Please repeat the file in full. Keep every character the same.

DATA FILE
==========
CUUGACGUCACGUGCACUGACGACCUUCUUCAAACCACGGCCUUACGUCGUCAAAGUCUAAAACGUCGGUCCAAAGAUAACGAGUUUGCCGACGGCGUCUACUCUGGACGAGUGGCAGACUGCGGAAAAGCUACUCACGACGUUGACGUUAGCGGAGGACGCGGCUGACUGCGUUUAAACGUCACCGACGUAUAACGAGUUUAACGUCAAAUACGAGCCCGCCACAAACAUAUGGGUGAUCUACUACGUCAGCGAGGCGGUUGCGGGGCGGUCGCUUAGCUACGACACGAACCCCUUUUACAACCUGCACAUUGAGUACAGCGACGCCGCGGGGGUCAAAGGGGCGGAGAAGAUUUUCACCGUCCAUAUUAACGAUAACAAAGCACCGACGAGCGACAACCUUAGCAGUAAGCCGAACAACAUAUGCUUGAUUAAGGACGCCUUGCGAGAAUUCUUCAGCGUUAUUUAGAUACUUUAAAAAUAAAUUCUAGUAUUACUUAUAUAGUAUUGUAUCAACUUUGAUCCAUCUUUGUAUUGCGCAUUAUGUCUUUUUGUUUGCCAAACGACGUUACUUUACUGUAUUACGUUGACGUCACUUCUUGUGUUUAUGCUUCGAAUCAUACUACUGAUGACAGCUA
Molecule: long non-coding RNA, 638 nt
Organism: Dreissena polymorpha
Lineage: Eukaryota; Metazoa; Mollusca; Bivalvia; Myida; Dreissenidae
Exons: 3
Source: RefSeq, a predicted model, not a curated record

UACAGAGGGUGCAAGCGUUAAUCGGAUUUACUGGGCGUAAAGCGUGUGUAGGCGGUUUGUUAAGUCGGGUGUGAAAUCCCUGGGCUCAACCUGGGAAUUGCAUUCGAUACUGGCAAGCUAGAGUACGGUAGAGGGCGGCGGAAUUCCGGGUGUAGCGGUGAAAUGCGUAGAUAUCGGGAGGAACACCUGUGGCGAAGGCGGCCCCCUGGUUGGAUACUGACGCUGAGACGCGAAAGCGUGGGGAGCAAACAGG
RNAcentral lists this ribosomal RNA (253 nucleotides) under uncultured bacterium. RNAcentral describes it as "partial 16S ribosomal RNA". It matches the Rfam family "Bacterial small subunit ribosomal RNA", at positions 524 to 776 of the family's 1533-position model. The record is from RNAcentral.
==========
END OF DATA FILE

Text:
CUUGACGUCACGUGCACUGACGACCUUCUUCAAACCACGGCCUUACGUCGUCAAAGUCUAAAACGUCGGUCCAAAGAUAACGAGUUUGCCGACGGCGUCUACUCUGGACGAGUGGCAGACUGCGGAAAAGCUACUCACGACGUUGACGUUAGCGGAGGACGCGGCUGACUGCGUUUAAACGUCACCGACGUAUAACGAGUUUAACGUCAAAUACGAGCCCGCCACAAACAUAUGGGUGAUCUACUACGUCAGCGAGGCGGUUGCGGGGCGGUCGCUUAGCUACGACACGAACCCCUUUUACAACCUGCACAUUGAGUACAGCGACGCCGCGGGGGUCAAAGGGGCGGAGAAGAUUUUCACCGUCCAUAUUAACGAUAACAAAGCACCGACGAGCGACAACCUUAGCAGUAAGCCGAACAACAUAUGCUUGAUUAAGGACGCCUUGCGAGAAUUCUUCAGCGUUAUUUAGAUACUUUAAAAAUAAAUUCUAGUAUUACUUAUAUAGUAUUGUAUCAACUUUGAUCCAUCUUUGUAUUGCGCAUUAUGUCUUUUUGUUUGCCAAACGACGUUACUUUACUGUAUUACGUUGACGUCACUUCUUGUGUUUAUGCUUCGAAUCAUACUACUGAUGACAGCUA
Molecule: long non-coding RNA, 638 nt
Organism: Dreissena polymorpha
Lineage: Eukaryota; Metazoa; Mollusca; Bivalvia; Myida; Dreissenidae
Exons: 3
Source: RefSeq, a predicted model, not a curated record

UACAGAGGGUGCAAGCGUUAAUCGGAUUUACUGGGCGUAAAGCGUGUGUAGGCGGUUUGUUAAGUCGGGUGUGAAAUCCCUGGGCUCAACCUGGGAAUUGCAUUCGAUACUGGCAAGCUAGAGUACGGUAGAGGGCGGCGGAAUUCCGGGUGUAGCGGUGAAAUGCGUAGAUAUCGGGAGGAACACCUGUGGCGAAGGCGGCCCCCUGGUUGGAUACUGACGCUGAGACGCGAAAGCGUGGGGAGCAAACAGG
RNAcentral lists this ribosomal RNA (253 nucleotides) under uncultured bacterium. RNAcentral describes it as "partial 16S ribosomal RNA". It matches the Rfam family "Bacterial small subunit ribosomal RNA", at positions 524 to 776 of the family's 1533-position model. The record is from RNAcentral.